• 75
Click the above image for 26 high-res photos of GT-R parts.

The new Nissan GT-R is an engineering playground. We hope to get our chance to play with it soon, but until then, we get pictures. Luckily, Nissan has released detailed images of the GT-R drivetrain and suspension. These reveal some of the alterations made in the GT-R design from prior models. One of the more significant changes is the placement of the transmission. The dual-clutch transmission and combination transfer case sit at the back of the car, coupled to the rear differential (that makes it a transfermissiondiffcase). It makes for more balanced weight distribution with the transmission, rear differential and transfer case counterbalancing the weight of the engine and front differential.

The turbochargers have also changed from Garrett units used in past GT-R models to IHI, a Japanese-owned company. The turbine housings (aka hot side) of the turbochargers are a combined casting with the engine exhaust manifolds. Most likely this is done to save space and for emissions reasons to ensure the catalytic converters are as close to the turbocharger outlets as possible. Each turbocharger is followed by two catalytic converters, making for a total of four. Two intercoolers are also installed, as opposed to one with two inlets, keeping the charged air for each bank of cylinders constantly separated. This is most likely done to ensure precise metering of air.

[Source: Nissan]

While staring at pictures can reveal a lot of information about the GT-R it does not provide much input into the control systems. The electronics integrated into the GT-R such as the drive-by-wire throttle bodies, dual-clutch automatic transmission and electronic controlled front differential have the potential for Nissan to create a traction control system beyond any other in existence. The potential is also there for the ATTESA all wheel drive system. In previous models it involved only feedback from wheel speed sensors, throttle position sensor and g-sensor, but this time around much more data is available to be fed into the computer controlling the torque split to the front wheels.

Check out the Nissan GT-R details gallery to view the technical shots. Also hit up the other GT-R galleries to see the complete package.

  • Image Credit: Photo by Koichi Kamoshida/Getty Images
  • Image Credit: Photo by Koichi Kamoshida/Getty Images
  • Image Credit: Photo by Koichi Kamoshida/Getty Images
  • Image Credit: Photo by Koichi Kamoshida/Getty Images
  • Image Credit: Photo by Koichi Kamoshida/Getty Images
  • Image Credit: Photo by Koichi Kamoshida/Getty Images
  • Image Credit: Photo by Koichi Kamoshida/Getty Images
  • Image Credit: Photo by Koichi Kamoshida/Getty Images

I'm reporting this comment as:

Reported comments and users are reviewed by Autoblog staff 24 hours a day, seven days a week to determine whether they violate Community Guideline. Accounts are penalized for Community Guidelines violations and serious or repeated violations can lead to account termination.

    • 1 Second Ago
      • 7 Years Ago
      Looks like the latest version of the Eclipse. Which looks like a poor mans Audi TT (gen 1). Not trying to troll here, but it just hit me.
      • 7 Years Ago
      In my mind Nissan has never been so much about inventing a technology first, it has always been about doing it better than anyone at half the price.
      Look at the old RB26dett mill from the previous GTR's
      straight six, cast iron block, no varriable valve timing.
      And yet it woudl make well over 1000hp if done right.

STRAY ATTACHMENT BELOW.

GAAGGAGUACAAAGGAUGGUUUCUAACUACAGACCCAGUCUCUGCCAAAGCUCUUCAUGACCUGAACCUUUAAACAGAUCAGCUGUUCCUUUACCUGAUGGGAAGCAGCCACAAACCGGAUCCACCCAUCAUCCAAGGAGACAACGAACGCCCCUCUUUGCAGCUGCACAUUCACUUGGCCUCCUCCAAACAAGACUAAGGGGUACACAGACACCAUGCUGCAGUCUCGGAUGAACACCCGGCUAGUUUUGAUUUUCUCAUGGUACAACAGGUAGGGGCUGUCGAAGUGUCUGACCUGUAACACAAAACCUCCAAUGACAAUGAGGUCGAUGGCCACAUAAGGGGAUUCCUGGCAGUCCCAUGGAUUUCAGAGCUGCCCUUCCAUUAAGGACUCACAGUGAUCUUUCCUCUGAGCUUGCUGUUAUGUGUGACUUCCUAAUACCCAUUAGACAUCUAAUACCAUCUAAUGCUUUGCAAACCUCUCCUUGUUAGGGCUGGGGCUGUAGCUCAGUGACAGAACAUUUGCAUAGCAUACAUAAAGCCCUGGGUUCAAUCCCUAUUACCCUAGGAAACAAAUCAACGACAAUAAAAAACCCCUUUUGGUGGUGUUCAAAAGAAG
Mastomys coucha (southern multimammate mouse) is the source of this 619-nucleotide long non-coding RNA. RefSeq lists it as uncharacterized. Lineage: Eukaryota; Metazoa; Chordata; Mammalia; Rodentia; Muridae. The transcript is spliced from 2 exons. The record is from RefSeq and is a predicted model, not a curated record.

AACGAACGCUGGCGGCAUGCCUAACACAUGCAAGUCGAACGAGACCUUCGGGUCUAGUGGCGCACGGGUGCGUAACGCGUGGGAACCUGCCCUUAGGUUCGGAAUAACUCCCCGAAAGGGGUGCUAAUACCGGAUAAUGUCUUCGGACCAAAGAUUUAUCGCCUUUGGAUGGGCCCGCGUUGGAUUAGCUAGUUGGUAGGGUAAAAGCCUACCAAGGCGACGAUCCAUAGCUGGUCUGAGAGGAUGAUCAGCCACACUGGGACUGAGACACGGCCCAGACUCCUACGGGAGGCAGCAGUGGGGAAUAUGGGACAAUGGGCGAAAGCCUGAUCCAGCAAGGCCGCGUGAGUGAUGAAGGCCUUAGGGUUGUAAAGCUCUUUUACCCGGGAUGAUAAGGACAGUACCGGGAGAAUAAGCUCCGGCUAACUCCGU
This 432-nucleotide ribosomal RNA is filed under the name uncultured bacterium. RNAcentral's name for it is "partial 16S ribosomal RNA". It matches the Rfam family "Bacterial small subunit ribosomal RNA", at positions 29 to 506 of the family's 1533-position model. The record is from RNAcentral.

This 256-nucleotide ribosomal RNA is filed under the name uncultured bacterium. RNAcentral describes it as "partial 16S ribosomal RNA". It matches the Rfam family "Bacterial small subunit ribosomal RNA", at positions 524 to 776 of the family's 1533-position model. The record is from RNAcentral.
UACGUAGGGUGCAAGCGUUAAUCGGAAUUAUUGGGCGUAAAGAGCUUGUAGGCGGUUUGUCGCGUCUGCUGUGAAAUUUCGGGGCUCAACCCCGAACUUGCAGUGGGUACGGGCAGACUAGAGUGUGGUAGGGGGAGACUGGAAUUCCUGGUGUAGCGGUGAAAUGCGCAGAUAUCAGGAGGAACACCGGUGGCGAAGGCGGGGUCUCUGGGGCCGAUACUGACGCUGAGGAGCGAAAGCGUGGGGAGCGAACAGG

4wd, 4ws, stability control, all done before, but never quite as famously.
      • 7 Years Ago
      the weight of cars keeps going higher and higher, also not in-love with the slushbox only option.
        • 7 Years Ago
        I think he means no clutch pedal and rowing through gears, which I agree. Pushing a paddle button seems to easy to me, reminds me of playing a video game or something. Just my opinion though.
      • 7 Years Ago
      About the transaxle, the Ferrari Daytona had it in 1968. So what year did the Corvette get the transaxle ?

      Nearsighted history, picking and choosing what you like.

      No Super Hicas in the GT-R.

      The transmission is made by Borg Warner. DSG . Similar setup to whats that car ? Bugatti Veryon ?

      Weight distribution is 53-54% front 47-46% rear.
        • 7 Years Ago
        Pontiac had an automatic transaxle in the early 60s.
        • 7 Years Ago

        BorgWarner DualTronic(TM), the company's wet-clutch and control-system technology for a new-concept automated transmission that was launched this year on the Audi TT 3.2 and VW Golf R32, is on the 2004 Bugatti 16.4 Veyron. The industry-first technology enables a manual transmission to evolve and perform like an automatic transmission, yet deliver vehicle fuel economy improvements over automatic transmissions.
        • 7 Years Ago
        I'm not saying Chevy was the first, just saying Nissan didn't invent it(as some probably believe). I'm DEFINITELY not saying there is anything wrong with the set up, IMHO it's the best configuration there is - I'd prefer it over rear-mid engine.

        I had no idea so many cars used it in the past though, that's pretty cool.
      • 7 Years Ago
      95.5mm bore (same as VQ35 and VQ37)
      88.4 stroke (7mm more than the VQ35)

      We would call that a stroked engine. Bored would be when you increase the bore size.

      I think someone needs to read an automotive dictionary.
        • 7 Years Ago

        Jesus, Nissan has increased the displacement of the VQ AGAIN.

        Freakin' truck motor.

        People crap on American car companies for just riding on displacement, but when BMW has gone from a 2.0L M3 to a 5.0L one and Nissan goes from a 2.6L Skyline to a 3.8L one, the arrow has to point a different direction.

        Also, that cutaway car is sexy, but it sure emphasizes how much drivetrain is in this car. Colin Chapman would not approve.